DOBSON — County commissioners pumped the brakes on a plan to relocate the county’s 911 communications center.
Last week the Surry County Board of Commissioners voted not to move forward with a plan which would have relocated the county’s 911 center from its location on Dobson Church of Christ Road to the human services building in Mount Airy.
“We decided not to accept the bids for the up-fit at the human services building,” said Eddie Harris, chairman of the county board.
The board issued its unanimous vote after a closed session.
Moving the 911 center has been at the top of the priority list for Emergency Services and other officials since at least 2015. That year at the county board’s annual planning retreat, EMS Director John Shelton showed county commissioners drawings of his plan to move the center to the human services building.
A number of concerns regarding the communications center had led Shelton and others to request it be moved. The metal building which houses the center is not rated to withstand high winds. A natural disaster such as a tornado could knock out the center. EMS personnel who are stationed at the Dobson facility are also unable to get any rest due to the operations of the call center.
After the move, the Dobson center would have become the county’s back-up call center, had commissioners moved forward with the plan.
Harris said there may still be life for the project, Monday’s vote to suspend a $316,600 bid to up-fit a portion of the human services building for communications center use is only a postponement of the overall project.
“The bids were very attractive, but we are going to take a fresh look,” explained Harris, who also noted the county has many other capital needs. “The EMS director, sheriff and communications center director will work to come up with a good solution.”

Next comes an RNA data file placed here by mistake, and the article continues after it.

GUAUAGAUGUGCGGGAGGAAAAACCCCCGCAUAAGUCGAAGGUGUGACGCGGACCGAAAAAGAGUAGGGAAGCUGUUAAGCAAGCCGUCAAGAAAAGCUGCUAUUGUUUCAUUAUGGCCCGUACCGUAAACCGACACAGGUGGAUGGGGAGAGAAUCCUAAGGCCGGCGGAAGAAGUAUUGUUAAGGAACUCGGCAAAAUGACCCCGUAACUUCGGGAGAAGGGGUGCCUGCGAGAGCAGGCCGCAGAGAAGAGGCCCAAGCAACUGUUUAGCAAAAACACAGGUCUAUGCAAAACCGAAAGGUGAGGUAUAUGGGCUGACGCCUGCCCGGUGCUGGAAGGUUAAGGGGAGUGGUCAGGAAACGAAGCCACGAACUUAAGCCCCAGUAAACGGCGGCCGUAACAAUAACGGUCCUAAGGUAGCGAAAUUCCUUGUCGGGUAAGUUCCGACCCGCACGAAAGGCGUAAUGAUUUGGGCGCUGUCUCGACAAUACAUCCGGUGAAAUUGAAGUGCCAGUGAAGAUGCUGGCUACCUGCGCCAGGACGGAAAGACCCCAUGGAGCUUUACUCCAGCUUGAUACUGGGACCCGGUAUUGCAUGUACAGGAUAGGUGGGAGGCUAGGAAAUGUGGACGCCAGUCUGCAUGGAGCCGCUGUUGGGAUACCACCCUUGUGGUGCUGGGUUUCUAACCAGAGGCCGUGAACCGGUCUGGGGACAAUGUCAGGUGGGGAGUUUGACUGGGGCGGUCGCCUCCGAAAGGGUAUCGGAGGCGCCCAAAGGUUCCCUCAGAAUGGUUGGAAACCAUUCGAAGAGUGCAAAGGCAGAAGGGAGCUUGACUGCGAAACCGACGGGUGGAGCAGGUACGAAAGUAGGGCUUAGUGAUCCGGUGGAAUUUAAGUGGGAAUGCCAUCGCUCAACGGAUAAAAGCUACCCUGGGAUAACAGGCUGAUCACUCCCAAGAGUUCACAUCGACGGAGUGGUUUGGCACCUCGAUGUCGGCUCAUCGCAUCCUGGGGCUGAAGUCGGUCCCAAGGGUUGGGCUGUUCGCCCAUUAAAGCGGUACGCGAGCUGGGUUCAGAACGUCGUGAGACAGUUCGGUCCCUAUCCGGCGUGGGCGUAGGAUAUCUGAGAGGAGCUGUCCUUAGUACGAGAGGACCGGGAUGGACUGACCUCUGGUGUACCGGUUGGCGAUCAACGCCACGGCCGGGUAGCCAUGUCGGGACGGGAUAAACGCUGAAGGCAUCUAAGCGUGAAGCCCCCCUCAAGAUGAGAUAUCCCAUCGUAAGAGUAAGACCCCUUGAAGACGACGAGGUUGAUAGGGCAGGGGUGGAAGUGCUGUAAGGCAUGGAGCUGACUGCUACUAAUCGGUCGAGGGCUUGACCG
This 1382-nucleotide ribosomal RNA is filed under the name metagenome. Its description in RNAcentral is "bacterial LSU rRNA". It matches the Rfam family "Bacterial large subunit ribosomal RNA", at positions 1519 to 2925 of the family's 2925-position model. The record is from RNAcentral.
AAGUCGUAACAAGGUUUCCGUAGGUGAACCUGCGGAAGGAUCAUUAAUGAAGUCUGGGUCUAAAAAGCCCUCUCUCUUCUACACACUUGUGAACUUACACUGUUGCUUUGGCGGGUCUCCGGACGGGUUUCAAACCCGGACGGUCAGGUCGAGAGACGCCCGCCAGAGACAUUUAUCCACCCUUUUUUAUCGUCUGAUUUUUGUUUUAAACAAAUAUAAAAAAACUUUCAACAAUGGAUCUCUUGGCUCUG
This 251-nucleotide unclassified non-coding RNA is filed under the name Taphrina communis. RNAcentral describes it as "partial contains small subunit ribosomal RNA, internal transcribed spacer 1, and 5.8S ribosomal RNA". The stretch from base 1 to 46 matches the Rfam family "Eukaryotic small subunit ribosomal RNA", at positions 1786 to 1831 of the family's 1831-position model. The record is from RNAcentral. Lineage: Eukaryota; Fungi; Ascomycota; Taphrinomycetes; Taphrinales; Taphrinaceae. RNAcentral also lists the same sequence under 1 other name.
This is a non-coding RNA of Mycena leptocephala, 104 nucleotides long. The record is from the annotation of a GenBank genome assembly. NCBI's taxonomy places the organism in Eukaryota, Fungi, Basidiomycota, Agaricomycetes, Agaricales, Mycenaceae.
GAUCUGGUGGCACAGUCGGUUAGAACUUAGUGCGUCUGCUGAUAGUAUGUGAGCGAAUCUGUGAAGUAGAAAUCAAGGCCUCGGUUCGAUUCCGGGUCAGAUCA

Harris indicated the board’s sudden change in direction was the result of at least one line of funding not coming through.
“We didn’t get some of the grant monies for the up-fit,” explained Harris. “That certainly played a role in the board’s decision.”
Shelton later explained that the county did not receive a grant it had hoped to receive through state 911 funds. The county has missed out on the grant dollars in years prior, but Shelton believed, with counties with greater needs already having been addressed, Surry County’s chances of getting the grant were much greater this year.
In North Carolina, a 911 surcharge is assessed to all phone accounts, including cellular phones. That money is then distributed by the state for the sole purpose of running 911 communications centers.
Shelton said he still believes the 911 board will help fund the move. All necessary equipment is eligible to be funded by such monies. However, the state board and the county will first have to evaluate the county’s needs to ensure the appropriate level of funding is available and pledged to Surry County.
Shelton indicated he will continue to work toward securing funding for the project.
However, in the meantime, the county board took steps to ensure a back-up plan is in place for the county’s 911 communications center.
The board voted unanimously to enter into an agreement with Stokes County. Should Surry County’s 911 center go offline for any reason, 911 calls and dispatching will be routed through the Stokes center. Surry will provide the same service for Stokes County.
“It’s a win-win for both counties,” said County Manager Chris Knopf of the agreement. “The state actually encourages this sort of arrangement between counties.”
Andy is a staff writer and may be reached at 415-4698.